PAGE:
According to Daxue Consulting, “despite the e-commerce boom and the vast proliferation of online shopping, store-based retail still dominates the luxury goods market in China.” Indeed, disruptive digital platforms continue to grow but there’s no end in sight for physical retail. Smart retailers are even reinventing the boring old mall. “Retailtainment” is bringing experiential marketing to the forefront, and some innovative luxury brands have followed in Alibaba’s footsteps by promoting technologies that enhance sensory experiences. Physical retailers who continue to pursue innovative solutions like these should expect a strong holiday season.

  1. Focus on the omnichannel consumer

Chinese consumers research or buy products online just to buy them or pick them up in physical stores. In other words, brands need to let consumers know that they are “in control of their experience” no matter where it takes place. This means that retailers need to endorse the customer’s journey by understanding their preferences, shopping behaviors, and experiences across all channels. All in all, merchants should invest in strategies that enhance instant services (same-day delivery, self-checkout kiosks), click-and-collect shopping, and VR/AR technologies. Sephora’s “connected stores,” which boast in-store tablets and selfie mirrors, is the perfect example of this direction.

  1. Learn to expect the unexpected

Regardless of the benefits of customer behavior data and content analytics, it’s still not possible to fully assess all consumer behaviors. Since each buyer has their own experiences, requirements, and expectations, retailers shouldn’t solely rely on data when analyzing future trends. The most successful retailers learn to expect the unexpected.

For instance, data can show a clear sales pattern to a company, but if severe weather hits, retail sales could crash unexpectedly. “Bad winter weather is hardly a good thing for retail in general,” says Brad Tuttle from Money. In a 2015 interview with the Boston Herald, Jon Hurst, president of the Retailers Association of Massachusetts, said that retailers in Massachusetts lost around $10 million each day they had to close for bad weather, or they had almost no business activity even if they managed to open. Yet online sales see a boost during periods of severe weather. In fact, a study by Rakuten that focused on the French cities of Paris, Lyon, and Marseille showed impressive sales and revenue growth during rainy days. According to Rakuten and WeatherAds, the “data illustrates that online traffic and conversions increase during periods of inclement weather — but that the extent by which they do so is dependent on location.”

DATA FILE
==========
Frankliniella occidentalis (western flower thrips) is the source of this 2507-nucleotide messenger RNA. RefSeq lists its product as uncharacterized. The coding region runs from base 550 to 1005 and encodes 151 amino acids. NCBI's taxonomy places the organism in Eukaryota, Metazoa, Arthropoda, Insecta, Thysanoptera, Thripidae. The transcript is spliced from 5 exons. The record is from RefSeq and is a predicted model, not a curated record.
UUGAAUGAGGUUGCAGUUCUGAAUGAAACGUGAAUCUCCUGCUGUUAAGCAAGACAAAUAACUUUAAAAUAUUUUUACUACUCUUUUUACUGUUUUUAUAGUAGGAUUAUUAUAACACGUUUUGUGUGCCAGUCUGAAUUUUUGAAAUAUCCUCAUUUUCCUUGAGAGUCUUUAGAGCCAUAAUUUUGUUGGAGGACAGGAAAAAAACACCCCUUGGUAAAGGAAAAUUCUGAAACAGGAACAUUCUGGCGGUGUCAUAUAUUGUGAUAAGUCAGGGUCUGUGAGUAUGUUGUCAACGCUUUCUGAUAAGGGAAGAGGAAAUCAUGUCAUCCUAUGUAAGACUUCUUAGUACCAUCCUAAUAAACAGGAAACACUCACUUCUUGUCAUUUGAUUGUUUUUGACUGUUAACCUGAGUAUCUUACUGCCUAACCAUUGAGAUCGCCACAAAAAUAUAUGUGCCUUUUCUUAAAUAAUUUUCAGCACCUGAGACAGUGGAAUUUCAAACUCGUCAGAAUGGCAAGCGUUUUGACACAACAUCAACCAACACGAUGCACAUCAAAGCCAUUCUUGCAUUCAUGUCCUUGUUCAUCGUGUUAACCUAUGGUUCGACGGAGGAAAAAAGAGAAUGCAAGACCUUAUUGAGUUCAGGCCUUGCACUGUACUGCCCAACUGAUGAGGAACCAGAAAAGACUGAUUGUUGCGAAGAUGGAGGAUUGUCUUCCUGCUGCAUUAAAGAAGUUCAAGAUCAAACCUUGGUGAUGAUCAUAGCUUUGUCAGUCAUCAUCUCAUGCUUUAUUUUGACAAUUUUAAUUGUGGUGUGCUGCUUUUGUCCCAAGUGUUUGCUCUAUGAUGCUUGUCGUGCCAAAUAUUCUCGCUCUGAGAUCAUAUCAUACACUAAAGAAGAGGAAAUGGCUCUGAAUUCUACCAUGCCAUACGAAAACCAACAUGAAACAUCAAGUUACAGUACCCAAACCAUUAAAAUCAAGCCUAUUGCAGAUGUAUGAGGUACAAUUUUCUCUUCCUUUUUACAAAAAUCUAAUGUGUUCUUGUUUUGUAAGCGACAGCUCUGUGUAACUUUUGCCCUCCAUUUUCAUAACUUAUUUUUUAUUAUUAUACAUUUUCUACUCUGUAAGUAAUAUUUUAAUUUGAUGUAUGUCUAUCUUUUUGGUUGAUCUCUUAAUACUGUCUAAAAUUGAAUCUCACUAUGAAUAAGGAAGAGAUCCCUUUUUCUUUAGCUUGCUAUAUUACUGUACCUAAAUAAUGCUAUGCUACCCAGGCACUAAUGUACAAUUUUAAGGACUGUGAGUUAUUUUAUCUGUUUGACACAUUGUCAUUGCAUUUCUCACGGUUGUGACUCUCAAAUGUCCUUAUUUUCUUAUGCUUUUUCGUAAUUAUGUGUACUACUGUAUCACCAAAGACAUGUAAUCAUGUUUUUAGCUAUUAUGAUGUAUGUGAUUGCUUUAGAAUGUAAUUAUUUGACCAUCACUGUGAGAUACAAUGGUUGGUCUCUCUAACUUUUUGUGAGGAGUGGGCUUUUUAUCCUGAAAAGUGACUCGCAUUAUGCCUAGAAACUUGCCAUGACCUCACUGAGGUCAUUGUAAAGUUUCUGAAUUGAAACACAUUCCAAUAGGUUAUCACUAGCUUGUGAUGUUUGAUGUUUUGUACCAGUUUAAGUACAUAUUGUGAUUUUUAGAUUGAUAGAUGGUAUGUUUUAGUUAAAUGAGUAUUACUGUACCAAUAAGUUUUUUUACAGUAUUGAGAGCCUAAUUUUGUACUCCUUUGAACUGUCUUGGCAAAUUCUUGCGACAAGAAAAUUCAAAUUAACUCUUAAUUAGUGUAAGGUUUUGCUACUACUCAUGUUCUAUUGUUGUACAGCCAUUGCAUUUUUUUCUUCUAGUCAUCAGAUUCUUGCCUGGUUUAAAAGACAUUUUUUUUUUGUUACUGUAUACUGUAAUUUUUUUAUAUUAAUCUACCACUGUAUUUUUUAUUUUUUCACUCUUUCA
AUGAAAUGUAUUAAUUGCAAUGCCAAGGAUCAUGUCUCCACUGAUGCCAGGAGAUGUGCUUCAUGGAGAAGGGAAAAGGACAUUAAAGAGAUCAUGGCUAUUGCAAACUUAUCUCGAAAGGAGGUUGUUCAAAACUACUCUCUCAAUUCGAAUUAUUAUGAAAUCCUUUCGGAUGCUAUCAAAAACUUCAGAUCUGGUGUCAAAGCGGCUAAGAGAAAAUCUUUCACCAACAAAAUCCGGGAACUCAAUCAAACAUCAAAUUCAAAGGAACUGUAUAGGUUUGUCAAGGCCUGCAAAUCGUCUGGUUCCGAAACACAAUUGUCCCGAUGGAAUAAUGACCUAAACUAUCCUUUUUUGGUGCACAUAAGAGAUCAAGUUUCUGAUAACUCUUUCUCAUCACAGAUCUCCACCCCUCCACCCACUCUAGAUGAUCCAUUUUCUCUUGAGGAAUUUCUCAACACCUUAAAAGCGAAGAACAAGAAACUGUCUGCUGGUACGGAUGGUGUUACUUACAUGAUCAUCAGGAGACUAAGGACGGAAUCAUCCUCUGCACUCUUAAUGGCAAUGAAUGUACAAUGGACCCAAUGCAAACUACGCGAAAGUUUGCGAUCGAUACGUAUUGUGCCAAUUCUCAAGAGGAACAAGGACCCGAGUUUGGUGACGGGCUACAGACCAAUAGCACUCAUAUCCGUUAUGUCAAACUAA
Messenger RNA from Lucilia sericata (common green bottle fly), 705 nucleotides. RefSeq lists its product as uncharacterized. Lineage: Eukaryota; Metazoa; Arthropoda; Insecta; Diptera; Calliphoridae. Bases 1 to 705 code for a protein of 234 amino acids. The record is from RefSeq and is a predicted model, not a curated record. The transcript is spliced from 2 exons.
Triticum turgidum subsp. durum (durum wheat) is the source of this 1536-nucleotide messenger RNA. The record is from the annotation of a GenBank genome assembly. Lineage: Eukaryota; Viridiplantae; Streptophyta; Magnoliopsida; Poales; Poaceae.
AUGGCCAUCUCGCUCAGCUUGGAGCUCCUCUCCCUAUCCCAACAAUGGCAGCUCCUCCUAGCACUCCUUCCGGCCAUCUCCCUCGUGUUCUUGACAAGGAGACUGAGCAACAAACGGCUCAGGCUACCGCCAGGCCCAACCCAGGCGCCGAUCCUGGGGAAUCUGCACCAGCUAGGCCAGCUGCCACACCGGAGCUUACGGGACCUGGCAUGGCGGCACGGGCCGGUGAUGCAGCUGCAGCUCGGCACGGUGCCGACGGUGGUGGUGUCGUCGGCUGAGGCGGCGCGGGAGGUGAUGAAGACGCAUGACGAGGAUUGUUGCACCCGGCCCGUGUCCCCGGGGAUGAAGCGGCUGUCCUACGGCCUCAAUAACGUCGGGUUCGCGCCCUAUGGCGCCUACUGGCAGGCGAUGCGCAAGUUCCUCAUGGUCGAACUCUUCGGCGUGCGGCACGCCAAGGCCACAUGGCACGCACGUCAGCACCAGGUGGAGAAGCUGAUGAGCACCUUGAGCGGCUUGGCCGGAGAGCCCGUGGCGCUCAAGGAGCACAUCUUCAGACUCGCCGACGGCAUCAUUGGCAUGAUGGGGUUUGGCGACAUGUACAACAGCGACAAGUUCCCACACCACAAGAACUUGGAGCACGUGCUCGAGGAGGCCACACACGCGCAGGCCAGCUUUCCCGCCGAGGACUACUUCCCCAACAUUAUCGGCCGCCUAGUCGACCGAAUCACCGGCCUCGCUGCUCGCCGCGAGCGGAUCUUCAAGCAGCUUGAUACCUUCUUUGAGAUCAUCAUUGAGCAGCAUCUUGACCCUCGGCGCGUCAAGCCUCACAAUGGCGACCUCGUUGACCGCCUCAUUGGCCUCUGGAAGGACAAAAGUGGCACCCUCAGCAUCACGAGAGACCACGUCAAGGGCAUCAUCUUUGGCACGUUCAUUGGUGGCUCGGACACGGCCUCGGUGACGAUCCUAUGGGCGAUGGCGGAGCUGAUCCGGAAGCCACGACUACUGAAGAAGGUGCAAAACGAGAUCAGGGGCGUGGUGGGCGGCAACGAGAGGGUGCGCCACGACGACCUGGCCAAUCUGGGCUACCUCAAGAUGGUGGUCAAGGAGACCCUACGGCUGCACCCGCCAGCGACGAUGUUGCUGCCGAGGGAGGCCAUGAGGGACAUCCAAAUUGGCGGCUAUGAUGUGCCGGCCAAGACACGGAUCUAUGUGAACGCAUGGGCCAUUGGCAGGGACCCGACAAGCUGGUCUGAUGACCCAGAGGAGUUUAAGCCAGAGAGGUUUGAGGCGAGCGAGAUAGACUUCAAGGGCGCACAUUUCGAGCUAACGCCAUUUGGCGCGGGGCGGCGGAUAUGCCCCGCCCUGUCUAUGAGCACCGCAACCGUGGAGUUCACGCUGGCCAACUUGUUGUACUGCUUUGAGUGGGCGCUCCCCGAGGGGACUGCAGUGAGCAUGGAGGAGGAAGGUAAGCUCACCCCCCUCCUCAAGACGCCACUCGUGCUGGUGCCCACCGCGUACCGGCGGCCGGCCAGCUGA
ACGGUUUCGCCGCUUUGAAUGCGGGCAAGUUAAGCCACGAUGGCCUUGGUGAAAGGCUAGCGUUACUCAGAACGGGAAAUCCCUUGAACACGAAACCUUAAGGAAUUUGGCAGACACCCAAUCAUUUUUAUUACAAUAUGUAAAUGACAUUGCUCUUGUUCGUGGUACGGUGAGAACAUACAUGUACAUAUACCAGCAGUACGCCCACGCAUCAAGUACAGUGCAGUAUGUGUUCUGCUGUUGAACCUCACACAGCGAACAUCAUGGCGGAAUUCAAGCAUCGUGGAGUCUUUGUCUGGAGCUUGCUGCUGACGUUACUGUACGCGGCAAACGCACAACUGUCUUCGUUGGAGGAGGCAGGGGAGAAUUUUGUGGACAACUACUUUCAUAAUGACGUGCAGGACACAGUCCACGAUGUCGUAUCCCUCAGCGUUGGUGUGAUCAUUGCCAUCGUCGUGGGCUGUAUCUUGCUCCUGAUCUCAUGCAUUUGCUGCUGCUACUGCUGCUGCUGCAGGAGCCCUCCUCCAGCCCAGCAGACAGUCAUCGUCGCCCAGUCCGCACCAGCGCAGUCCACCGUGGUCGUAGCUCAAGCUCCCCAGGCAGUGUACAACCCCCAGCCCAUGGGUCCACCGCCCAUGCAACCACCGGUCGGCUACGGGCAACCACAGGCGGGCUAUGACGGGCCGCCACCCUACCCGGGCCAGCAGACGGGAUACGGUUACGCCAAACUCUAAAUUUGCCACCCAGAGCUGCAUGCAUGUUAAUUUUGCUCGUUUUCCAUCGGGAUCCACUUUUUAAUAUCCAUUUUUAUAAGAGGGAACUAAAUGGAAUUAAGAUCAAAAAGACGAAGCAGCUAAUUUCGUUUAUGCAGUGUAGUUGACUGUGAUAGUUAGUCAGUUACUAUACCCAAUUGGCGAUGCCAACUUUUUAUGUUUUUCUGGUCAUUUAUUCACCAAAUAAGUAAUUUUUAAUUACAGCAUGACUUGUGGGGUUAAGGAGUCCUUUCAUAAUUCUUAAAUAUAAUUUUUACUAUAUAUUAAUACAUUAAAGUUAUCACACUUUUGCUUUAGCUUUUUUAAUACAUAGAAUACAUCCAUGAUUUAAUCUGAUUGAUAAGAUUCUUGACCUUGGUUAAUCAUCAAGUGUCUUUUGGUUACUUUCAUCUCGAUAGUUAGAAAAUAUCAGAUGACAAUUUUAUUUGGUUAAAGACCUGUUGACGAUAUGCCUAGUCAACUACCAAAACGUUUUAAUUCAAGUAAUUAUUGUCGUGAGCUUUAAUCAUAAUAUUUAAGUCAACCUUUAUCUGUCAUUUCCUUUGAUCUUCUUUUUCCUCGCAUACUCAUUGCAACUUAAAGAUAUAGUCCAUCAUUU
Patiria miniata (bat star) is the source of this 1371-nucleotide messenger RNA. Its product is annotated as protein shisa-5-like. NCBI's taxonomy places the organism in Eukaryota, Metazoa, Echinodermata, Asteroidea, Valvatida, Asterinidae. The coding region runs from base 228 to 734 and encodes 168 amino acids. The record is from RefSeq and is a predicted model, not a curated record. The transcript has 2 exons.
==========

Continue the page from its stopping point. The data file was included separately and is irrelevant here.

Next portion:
In other words, brick-and-mortar stores should expect slower sales as consumers hide from the tempestuous weather, which is why it’s unsurprising that neither Cyber Monday nor Alibaba’s 11.11 take place during the summer months. And when temperatures drop, both in the U.S. and China, online spending hits new records. In the U.S. during Black Friday, “online spending hit a record of $5.4 billion, up 22.3 percent from a year ago,” while 2019’s 11.11 broke all records for Alibaba, scoring $38 billion in earnings.

In the end, neither online nor offline marketing can be recognized as a clear winner during the holiday season, but retailers who invest in e-commerce enhancements and promote a prototype similar to Jack Ma’s “new retail” model will reap rewards. In other words, success stories are recorded both online and offline, but innovation remains the ultimate requirement.